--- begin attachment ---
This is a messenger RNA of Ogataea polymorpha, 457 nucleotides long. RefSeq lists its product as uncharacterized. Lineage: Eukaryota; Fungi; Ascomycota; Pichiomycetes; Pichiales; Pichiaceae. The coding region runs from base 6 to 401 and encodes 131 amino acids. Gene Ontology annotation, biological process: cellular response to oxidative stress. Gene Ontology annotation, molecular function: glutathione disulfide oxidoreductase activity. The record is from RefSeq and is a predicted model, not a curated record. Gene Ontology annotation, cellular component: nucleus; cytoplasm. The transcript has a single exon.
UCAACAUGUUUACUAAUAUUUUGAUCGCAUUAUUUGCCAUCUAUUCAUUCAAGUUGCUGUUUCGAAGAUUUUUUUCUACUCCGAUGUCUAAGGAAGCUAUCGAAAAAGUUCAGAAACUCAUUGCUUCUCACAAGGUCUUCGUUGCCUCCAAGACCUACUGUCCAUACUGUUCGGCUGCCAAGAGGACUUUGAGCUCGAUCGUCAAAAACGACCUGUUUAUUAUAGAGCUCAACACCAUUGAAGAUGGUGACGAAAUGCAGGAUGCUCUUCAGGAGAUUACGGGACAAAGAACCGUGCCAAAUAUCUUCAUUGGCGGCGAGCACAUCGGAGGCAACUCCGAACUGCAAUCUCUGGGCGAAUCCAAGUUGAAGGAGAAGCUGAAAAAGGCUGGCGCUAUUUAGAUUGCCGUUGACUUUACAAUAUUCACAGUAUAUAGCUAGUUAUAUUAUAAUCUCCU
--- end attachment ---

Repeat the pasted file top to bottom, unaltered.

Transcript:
This is a messenger RNA of Ogataea polymorpha, 457 nucleotides long. RefSeq lists its product as uncharacterized. Lineage: Eukaryota; Fungi; Ascomycota; Pichiomycetes; Pichiales; Pichiaceae. The coding region runs from base 6 to 401 and encodes 131 amino acids. Gene Ontology annotation, biological process: cellular response to oxidative stress. Gene Ontology annotation, molecular function: glutathione disulfide oxidoreductase activity. The record is from RefSeq and is a predicted model, not a curated record. Gene Ontology annotation, cellular component: nucleus; cytoplasm. The transcript has a single exon.
UCAACAUGUUUACUAAUAUUUUGAUCGCAUUAUUUGCCAUCUAUUCAUUCAAGUUGCUGUUUCGAAGAUUUUUUUCUACUCCGAUGUCUAAGGAAGCUAUCGAAAAAGUUCAGAAACUCAUUGCUUCUCACAAGGUCUUCGUUGCCUCCAAGACCUACUGUCCAUACUGUUCGGCUGCCAAGAGGACUUUGAGCUCGAUCGUCAAAAACGACCUGUUUAUUAUAGAGCUCAACACCAUUGAAGAUGGUGACGAAAUGCAGGAUGCUCUUCAGGAGAUUACGGGACAAAGAACCGUGCCAAAUAUCUUCAUUGGCGGCGAGCACAUCGGAGGCAACUCCGAACUGCAAUCUCUGGGCGAAUCCAAGUUGAAGGAGAAGCUGAAAAAGGCUGGCGCUAUUUAGAUUGCCGUUGACUUUACAAUAUUCACAGUAUAUAGCUAGUUAUAUUAUAAUCUCCU